Evaluation of Mali, West Africa airborne measurements to access the potential of enhancing precipitation using cloud seeding techniques
David Delene, Univ. of North Dakota, Grand Forks, ND
Their is a pressing necessity today for world-class scientific research on precipitation enhancement due to the desirer to start operational cloud seeding programs in many parts of the world. Since cloud and aerosol properties can vary significantly from one geographical region to another, and with the time of year in the same region, it is necessary to conduct airborne measurements to access the potential of cloud seeding techniques before blindly adapting a techniques that seems to work in another region. The potential to enhancing precipitation is strongly dependent on the natural microphysics and dynamics of the clouds that are being seeded; therefore, a technique that works in one region may not even work in another region or may not be the best technique to employ.
To assess the potential that cloud seeding cloud have on increasing precipitation, 80 hours of airborne measurements were conducting during the 2007 wet season in Mali, West Africa. The airborne measurements objectives were to determine if cloud seeding in Mali could be beneficial and to help determine the optimal seeding method that should be employ for enhancing precipitation during operational cloud seeding. Cloud condensation nuclei (CCN) concentrations (1% supersaturation) measured just below cloud during aircraft flights conducted through out September 2007 were approximately 500 ± 400 #/cm3. These mid-wet season concentrations are similar to lower tropospheric summer season CCN concentration (445 ± 400 #/cm3) measured in Wyoming and indicates that mostly clean continental conditions are present during the middle of the wet season in Mali. Even when a layer of high CCN concentrations is observed (September 17, 2007), it may be well below cloud base and may not influence the cloud droplet concentration of treatable clouds.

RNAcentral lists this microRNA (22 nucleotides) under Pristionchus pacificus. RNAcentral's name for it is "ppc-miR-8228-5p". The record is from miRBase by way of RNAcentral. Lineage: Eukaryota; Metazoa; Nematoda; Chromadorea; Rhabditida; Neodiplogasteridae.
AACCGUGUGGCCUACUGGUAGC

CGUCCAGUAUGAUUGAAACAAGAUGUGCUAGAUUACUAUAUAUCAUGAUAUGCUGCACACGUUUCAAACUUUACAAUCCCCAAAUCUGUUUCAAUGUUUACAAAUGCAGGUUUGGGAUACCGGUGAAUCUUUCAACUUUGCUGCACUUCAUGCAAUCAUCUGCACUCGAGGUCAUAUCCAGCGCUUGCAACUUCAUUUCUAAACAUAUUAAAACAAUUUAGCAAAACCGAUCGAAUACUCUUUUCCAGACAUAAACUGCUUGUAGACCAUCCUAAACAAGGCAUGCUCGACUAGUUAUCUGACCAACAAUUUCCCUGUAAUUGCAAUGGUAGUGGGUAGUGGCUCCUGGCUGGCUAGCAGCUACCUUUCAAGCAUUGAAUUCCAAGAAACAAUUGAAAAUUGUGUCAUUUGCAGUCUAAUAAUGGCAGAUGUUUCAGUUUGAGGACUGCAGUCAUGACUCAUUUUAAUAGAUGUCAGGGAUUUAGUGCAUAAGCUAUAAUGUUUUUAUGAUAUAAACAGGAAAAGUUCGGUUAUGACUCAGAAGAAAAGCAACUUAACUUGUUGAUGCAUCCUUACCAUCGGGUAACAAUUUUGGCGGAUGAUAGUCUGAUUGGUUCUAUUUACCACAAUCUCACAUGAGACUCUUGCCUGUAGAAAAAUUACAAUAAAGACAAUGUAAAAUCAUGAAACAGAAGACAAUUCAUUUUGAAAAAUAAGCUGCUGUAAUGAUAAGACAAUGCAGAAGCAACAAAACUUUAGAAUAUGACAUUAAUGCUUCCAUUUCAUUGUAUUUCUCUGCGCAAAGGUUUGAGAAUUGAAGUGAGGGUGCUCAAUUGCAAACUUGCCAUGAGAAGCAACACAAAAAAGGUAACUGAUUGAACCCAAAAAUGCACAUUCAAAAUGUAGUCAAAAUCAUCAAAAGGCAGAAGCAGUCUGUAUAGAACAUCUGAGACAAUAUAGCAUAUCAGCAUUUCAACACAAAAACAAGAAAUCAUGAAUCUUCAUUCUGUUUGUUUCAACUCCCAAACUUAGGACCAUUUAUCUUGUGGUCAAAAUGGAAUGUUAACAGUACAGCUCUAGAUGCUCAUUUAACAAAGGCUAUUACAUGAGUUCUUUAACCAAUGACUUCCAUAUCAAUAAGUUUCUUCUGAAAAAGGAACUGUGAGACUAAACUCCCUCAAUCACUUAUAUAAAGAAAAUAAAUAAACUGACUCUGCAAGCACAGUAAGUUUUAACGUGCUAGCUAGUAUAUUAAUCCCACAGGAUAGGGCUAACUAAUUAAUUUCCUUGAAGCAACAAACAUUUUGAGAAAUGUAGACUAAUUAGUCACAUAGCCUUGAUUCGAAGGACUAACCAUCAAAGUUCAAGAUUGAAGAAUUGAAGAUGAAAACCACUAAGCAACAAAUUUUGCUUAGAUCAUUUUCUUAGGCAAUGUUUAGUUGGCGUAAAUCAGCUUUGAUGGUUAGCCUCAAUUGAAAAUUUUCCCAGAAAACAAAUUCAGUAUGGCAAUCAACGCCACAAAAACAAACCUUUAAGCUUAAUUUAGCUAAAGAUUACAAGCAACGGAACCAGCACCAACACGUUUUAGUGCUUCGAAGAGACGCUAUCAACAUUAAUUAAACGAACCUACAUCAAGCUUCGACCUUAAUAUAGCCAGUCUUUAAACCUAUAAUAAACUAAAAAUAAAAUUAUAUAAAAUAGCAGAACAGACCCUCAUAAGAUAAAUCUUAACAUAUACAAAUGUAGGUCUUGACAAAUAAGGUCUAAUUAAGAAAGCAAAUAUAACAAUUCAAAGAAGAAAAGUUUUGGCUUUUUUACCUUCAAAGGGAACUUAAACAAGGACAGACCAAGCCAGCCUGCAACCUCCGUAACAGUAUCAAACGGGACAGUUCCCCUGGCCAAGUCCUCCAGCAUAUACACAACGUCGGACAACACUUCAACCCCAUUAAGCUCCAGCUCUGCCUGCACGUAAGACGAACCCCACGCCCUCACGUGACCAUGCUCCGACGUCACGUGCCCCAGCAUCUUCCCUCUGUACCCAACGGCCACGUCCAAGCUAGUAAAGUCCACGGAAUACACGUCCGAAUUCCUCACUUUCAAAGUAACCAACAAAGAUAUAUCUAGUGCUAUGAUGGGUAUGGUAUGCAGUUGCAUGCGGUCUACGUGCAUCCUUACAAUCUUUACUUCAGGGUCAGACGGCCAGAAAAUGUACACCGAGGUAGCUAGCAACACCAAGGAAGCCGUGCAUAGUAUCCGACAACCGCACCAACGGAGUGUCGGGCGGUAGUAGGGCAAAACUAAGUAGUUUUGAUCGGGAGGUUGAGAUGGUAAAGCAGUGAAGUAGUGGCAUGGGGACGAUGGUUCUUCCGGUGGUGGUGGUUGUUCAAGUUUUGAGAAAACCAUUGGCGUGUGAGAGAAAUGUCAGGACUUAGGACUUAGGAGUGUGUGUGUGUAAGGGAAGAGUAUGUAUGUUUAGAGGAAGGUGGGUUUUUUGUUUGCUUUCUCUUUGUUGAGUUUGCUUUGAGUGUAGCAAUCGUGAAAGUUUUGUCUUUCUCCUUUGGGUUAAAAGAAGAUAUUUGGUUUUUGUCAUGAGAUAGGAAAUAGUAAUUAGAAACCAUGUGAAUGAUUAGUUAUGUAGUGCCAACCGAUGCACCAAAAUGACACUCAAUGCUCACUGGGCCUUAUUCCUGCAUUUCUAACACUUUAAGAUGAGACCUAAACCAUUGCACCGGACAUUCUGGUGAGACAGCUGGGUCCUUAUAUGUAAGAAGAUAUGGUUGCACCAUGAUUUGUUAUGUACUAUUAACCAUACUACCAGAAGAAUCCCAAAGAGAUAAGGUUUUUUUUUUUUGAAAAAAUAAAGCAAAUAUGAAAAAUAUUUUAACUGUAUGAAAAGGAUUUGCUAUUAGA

Hygroscopic cloud seeding is predicted to be ineffective or of limited effect under very clean continental conditions; therefore, the operational cloud seeding program in Mali should consider employing other seeding methods (AgI seeding at -10 C) during the middle of the rainy season and use hygroscopic seeding when the CCN concentration is higher. Future measurements should determine the CCN concentrations at the start (June) and end (October) of the rain season in Mali.Recorded presentation
Session 9, Updates on Research and Operational Programs: Summer Precipitation Systems Part III
Wednesday, 23 April 2008, 8:30 AM-10:30 AM, Standley I
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